Creating an attractive and successful shop window display may seem like a daunting prospect that belongs in the hands of a professional designer. Whether you are a small shop or part of a larger chain your shop window is going to have to compete for attention amongst others on the street. Sometimes shop owners and managers believe that unless they have a professional designer they cannot create an eye-catching customer-winning display and so do not make much effort. Others want to be uniform with other stores in their chain or who sell similar items and therefore do not attempt anything out of the ordinary. But there are some simple techniques and strategies that can help produce a winning shop window display.
Get the right perspective
Clearly the right perspective for any display is that of the potential customer. Remember that most potential customers will first see your display from an angle that is not directly in front of it. Consider your display from the perspective of your potential customers. Clarify what will be at eye level from the street as this will be the most obvious part of the window display before customers start to explore the rest. Items do not have to be contained within the main focal point; they can be hung from the ceiling for example to occupy a number of different spaces both above and below the main area. Large objects or display pieces can also be placed in displays to attract attention from customers who are on the opposite side of the street from your shop.
Create a theme and tell a story
Finding a theme can be very easy and also very obvious; for example, at Easter the primary colours are yellow, green and white, and items eggs, chickens, bunnies; for Christmas time it is red and green and elves and presents, and so on and so on. But keeping going beyond just a traditional theme and creating a story around it will allow more diversity in the display. For example, by all means have a Christmas tree and presents, but have a different item in or on each package to display a range of goods. Traditional colours and objects can be used but in ways that effectively draw attention to goods.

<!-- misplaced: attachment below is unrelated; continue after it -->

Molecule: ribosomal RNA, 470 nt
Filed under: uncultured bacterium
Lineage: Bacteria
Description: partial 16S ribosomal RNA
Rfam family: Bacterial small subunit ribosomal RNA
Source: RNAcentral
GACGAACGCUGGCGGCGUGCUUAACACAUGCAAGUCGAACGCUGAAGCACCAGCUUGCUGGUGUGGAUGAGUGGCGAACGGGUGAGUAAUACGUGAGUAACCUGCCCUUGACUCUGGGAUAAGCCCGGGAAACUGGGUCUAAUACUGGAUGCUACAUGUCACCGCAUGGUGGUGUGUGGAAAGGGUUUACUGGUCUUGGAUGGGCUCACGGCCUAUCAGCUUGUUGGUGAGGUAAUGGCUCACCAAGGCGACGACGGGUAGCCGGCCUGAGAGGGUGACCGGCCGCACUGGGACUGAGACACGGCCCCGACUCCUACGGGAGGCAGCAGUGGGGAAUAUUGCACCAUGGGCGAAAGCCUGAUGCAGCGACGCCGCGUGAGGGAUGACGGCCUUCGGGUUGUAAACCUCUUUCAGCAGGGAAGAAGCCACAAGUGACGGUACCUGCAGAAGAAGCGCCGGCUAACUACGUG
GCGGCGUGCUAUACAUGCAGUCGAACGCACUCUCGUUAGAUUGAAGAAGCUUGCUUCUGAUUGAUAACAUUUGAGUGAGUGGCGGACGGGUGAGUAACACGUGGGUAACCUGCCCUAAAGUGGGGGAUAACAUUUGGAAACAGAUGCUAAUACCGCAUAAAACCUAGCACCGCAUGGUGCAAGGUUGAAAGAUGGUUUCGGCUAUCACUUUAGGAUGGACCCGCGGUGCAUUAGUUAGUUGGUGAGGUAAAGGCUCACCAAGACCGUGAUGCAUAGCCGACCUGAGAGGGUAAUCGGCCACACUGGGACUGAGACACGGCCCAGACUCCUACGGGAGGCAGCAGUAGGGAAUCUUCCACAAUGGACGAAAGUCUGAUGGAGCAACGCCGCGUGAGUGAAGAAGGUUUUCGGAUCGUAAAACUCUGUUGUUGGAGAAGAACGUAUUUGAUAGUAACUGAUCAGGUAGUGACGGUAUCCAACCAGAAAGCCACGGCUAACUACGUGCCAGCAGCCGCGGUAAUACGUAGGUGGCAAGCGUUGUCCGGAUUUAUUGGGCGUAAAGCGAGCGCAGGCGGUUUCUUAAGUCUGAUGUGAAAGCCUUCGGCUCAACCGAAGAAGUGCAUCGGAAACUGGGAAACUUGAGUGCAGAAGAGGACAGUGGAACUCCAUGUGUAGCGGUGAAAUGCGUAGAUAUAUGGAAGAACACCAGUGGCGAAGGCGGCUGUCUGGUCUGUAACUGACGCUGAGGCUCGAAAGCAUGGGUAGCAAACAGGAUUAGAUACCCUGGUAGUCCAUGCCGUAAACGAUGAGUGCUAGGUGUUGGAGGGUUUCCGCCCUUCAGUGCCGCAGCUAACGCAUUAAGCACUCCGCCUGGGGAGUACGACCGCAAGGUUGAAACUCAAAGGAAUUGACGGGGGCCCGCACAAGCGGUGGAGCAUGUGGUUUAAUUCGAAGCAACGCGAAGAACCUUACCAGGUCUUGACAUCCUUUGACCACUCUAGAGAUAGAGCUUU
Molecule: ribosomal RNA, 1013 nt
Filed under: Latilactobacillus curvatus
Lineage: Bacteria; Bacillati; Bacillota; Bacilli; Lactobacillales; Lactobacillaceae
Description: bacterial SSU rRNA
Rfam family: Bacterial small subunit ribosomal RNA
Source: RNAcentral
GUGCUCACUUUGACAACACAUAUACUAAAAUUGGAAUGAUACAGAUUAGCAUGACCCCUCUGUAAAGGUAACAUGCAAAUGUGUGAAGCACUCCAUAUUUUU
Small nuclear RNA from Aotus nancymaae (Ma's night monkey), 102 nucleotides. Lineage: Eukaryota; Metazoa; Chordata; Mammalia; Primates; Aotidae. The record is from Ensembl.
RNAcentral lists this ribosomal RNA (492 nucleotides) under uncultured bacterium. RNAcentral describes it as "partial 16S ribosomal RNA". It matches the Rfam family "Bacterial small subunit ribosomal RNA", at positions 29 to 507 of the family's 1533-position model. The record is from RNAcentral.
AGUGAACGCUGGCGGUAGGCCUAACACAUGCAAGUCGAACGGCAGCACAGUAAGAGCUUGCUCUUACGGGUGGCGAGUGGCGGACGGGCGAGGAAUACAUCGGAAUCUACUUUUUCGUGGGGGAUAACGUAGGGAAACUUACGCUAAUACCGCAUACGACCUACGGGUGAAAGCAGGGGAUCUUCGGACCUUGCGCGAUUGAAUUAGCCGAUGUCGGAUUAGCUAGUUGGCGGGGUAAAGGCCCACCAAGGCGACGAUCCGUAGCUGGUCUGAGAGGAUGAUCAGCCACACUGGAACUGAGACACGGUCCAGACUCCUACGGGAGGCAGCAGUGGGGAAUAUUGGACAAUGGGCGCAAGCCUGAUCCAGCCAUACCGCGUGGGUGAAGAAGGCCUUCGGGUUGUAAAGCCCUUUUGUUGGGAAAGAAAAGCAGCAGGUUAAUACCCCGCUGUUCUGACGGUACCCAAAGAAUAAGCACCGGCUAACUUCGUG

Be creative and bold
People are much busier than before and the media constantly bombard us with fresh images to surprise us and catch our attention. To grab a potential customer’s attention and hold it long enough to make them want to enter the shop a display has to stand out and for this reason being bold and avoiding the obvious help. Use bold colours to set off products; they may even be colourful enough to arrange in unusual patterns. Tissue paper can make large displays of flowers that are colourful and eye catching. Even ‘though a product may be small a large brightly coloured object or prop in a display can draw customers in to see smaller items.
The art of surprise
Using props like shapes cut from foam board, thick card or ply and papier-mache figures can also add unconventional and original touches to a display and introduce some surprising features which is not a bad thing if they attract customers’ attention.
Keeping it clean and simple
Using large display objects and bright colours does not mean filling a window completely. Keep enough space free so as not to present a bewildering and confused sight. What is left out is as important in a display as what is included. It is not necessary to try to put every item on sale in a display. But using several of a small item for sale – for example gold or tennis balls clustered together rather than as single container of them – can be effective.
It is no use creating a terrific window display if potential customers can’t see it properly or if items you are selling don’t stand out. This may seem obvious but lighting is often used incorrectly and it is important to use lighting in the correct way; for example, too much light can make a display seem unattractive and where there are a variety of goods displayed they can all blend into each other and create a cluttered bland look. Lighting can make a product stand out from others and a background, but don’t hang lights immediately above items as this can create shadows that affect other items. Shadows do have their place and can make an item stand out so don’t be afraid to use them when lighting. Leaving some lighting on after the shop has closed can continue to draw attention to your shop window display long after it has closed.
Keep it current
It may be tempting to do so, but once you have a great window display it will need to be regularly updated. Whether it is to keep up with new products for sale or simply to refresh an older display it is important. To keep the window fresh and appealing to old and new potential customers a display should be updated every month or two.
Want to talk to us about Creating a retail window display? Give us a call on 0161 488 3300.